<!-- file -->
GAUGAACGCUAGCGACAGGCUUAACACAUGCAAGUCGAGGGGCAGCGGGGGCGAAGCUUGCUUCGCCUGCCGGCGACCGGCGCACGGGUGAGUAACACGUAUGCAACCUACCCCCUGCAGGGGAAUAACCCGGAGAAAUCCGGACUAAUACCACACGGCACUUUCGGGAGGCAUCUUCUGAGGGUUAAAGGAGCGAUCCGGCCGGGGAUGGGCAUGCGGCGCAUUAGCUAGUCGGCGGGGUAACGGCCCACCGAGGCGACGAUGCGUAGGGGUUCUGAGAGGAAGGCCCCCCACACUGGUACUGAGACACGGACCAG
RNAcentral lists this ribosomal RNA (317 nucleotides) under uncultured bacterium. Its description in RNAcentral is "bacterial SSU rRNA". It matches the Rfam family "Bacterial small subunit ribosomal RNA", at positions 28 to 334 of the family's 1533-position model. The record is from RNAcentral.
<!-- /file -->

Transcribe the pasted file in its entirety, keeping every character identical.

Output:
GAUGAACGCUAGCGACAGGCUUAACACAUGCAAGUCGAGGGGCAGCGGGGGCGAAGCUUGCUUCGCCUGCCGGCGACCGGCGCACGGGUGAGUAACACGUAUGCAACCUACCCCCUGCAGGGGAAUAACCCGGAGAAAUCCGGACUAAUACCACACGGCACUUUCGGGAGGCAUCUUCUGAGGGUUAAAGGAGCGAUCCGGCCGGGGAUGGGCAUGCGGCGCAUUAGCUAGUCGGCGGGGUAACGGCCCACCGAGGCGACGAUGCGUAGGGGUUCUGAGAGGAAGGCCCCCCACACUGGUACUGAGACACGGACCAG
RNAcentral lists this ribosomal RNA (317 nucleotides) under uncultured bacterium. Its description in RNAcentral is "bacterial SSU rRNA". It matches the Rfam family "Bacterial small subunit ribosomal RNA", at positions 28 to 334 of the family's 1533-position model. The record is from RNAcentral.